About GROW

The Origin of GROW

In the winter of 1981, a few Westchester County families who had children with developmental disabilities living in community residences, talked about the need to get together with other families with children in the same situation. The reason for this need was the fact that these parents often had difficulty as individuals in dealing with the agencies that operated their children's residences.

GROW in Albany 2008At the first meeting, which consisted of about ten families, they decided that an organization of parents and guardians not under the aegis of any provider agency was needed. Provider agencies had their own agenda: funding, staffing, meeting government regulations and a cooperative relationship with state officials. This new organization would have but one thing on its agenda: the best possible life for people with developmental disabilities in Westchester. Firm believers in the community concept, these families had learned that their children fare best living with their peers with the help of a supportive staff in a group home in Westchester County.

GROW originally stood for Group Residences Of Westchester. However its members quickly discovered that there were concerns beyond residential issues and changed its mission to Advocates of Persons With Developmental Disabilities. We've kept the name GROW because we want the quality as well as the quantity of services for person with developmental disabilities to continue to GROW.

Now, over thirty years later, GROW has more than 4000 people on its rolls.

GROW’s Accomplishments

Some of GROW’s accomplishments include:

  • Helped to create a Registry for services for persons with developmental disabilities that became a tool for statewide planning.
  • Developed information packets for parents and sponsored a transition guide.
  • Lobbied the State Legislators for appropriate adult day services.
  • Lobbied to put the burden of proof back on local school districts when there is disagreement with the CSE.
  • Provided workshops on education, transition, adult services, benefits and guardianship.

GROW members continue to advocate by visiting key persons in Albany on a regular basis as well as hosting meetings with our local legislators. Just recently GROW lobbied State legislators in Albany in an effort to break the near moratorium of new residential opportunities.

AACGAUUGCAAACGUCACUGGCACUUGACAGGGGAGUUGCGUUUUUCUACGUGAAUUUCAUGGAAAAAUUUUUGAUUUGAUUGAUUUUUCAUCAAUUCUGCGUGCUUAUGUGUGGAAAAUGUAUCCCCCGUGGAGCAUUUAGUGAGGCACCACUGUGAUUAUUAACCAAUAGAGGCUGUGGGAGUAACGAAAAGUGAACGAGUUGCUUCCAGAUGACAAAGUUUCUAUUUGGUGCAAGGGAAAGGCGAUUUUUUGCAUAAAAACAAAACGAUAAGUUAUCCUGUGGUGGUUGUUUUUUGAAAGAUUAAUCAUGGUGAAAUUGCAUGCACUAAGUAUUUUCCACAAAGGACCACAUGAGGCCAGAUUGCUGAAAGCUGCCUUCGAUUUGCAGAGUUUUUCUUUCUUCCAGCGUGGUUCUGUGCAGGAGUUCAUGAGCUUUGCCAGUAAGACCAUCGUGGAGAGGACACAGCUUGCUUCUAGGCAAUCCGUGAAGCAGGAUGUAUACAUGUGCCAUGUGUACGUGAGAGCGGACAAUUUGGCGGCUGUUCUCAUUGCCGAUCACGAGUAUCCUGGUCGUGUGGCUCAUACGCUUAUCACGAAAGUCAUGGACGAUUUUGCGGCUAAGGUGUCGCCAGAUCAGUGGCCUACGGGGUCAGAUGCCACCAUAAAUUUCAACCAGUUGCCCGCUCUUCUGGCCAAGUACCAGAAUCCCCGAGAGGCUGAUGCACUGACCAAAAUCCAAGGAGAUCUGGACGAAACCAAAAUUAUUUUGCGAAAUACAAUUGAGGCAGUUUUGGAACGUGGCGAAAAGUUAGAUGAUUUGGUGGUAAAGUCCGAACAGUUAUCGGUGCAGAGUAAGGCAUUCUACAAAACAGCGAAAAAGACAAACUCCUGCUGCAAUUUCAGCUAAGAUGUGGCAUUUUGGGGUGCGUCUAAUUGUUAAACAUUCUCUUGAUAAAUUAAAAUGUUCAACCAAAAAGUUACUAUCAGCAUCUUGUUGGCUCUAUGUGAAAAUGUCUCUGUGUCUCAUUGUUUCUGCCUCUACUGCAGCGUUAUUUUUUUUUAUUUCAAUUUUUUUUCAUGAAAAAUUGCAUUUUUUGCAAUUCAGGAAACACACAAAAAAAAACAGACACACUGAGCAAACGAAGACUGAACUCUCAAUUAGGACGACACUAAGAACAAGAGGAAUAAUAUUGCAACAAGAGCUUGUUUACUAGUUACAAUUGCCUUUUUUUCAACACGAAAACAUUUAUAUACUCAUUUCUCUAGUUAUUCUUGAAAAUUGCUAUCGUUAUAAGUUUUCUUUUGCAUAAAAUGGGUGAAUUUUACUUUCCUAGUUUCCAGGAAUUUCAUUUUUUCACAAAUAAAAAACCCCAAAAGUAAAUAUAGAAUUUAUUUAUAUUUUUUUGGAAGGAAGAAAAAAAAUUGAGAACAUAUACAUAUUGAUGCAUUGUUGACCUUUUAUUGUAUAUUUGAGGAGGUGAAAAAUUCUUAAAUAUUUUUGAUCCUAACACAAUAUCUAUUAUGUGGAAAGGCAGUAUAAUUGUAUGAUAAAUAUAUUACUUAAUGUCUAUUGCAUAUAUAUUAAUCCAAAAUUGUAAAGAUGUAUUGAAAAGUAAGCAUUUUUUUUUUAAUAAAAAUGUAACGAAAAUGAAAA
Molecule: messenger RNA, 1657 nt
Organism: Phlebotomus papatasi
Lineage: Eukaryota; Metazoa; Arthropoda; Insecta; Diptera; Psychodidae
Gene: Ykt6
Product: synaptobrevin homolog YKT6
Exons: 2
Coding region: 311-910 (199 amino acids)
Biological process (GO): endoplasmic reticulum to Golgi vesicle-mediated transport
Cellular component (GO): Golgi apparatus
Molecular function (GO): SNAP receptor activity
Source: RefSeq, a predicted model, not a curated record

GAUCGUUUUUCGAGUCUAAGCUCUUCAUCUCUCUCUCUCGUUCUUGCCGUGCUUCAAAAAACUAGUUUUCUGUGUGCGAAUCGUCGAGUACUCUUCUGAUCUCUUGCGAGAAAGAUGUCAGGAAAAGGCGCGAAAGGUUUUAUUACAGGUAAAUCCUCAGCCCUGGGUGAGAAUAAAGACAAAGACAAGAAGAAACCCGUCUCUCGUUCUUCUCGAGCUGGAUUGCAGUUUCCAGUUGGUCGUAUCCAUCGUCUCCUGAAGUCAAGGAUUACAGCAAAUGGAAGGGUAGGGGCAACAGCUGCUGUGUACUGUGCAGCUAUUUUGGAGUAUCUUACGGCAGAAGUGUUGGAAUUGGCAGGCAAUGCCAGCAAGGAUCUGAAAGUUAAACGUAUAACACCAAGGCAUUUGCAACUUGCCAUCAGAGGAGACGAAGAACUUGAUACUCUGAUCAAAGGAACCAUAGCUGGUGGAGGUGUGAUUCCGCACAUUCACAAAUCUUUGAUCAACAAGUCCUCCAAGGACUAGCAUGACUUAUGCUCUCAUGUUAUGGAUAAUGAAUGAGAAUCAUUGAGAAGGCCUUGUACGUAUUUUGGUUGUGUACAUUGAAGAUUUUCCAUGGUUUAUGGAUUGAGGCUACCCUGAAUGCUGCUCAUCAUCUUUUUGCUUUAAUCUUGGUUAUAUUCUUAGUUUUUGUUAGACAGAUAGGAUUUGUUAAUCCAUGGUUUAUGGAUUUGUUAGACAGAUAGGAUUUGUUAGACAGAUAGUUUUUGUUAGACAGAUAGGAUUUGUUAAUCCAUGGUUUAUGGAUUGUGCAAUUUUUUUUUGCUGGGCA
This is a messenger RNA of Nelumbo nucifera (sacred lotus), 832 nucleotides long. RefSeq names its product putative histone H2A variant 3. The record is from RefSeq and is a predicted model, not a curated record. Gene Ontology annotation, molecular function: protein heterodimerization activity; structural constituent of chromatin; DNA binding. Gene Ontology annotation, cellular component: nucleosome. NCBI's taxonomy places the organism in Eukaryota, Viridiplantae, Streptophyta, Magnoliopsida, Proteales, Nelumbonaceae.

Advocacy Works

The many notable improvements in services for people with developmental disabilities took over a period of thirty years to accomplish. These improvements were the results of strong, determined efforts by voluntary provider agencies, dedicated government officials and, especially, parents and other family members, many of whom were founding members of GROW.

GROW keeps aware of any conditions that affect services and makes others aware of the situations. The annual trip to Albany, for example, communicates to political officials what issues are important in the lives of persons with developmental disabilities.

The GROW Newsletter, the HelpLine and Membership Meetings give voice to concerns of families as well as help families learn how to deal with conditions that need improvement.

Services for people with developmental disabilities rely on funding sources as well as state laws and regulations that can change according to economic, political, and social conditions. Changes in any of these areas can affect services and therefore the lives of persons with developmental disabilities.  It is essential that new members continue to join GROW so that gains of past years are not lost.

GROW has played a key role in many successes including the NYS CARES program through which many persons with developmental disabilities obtain appropriate residential settings.

Advocacy does work, but it must be an ongoing endeavor!

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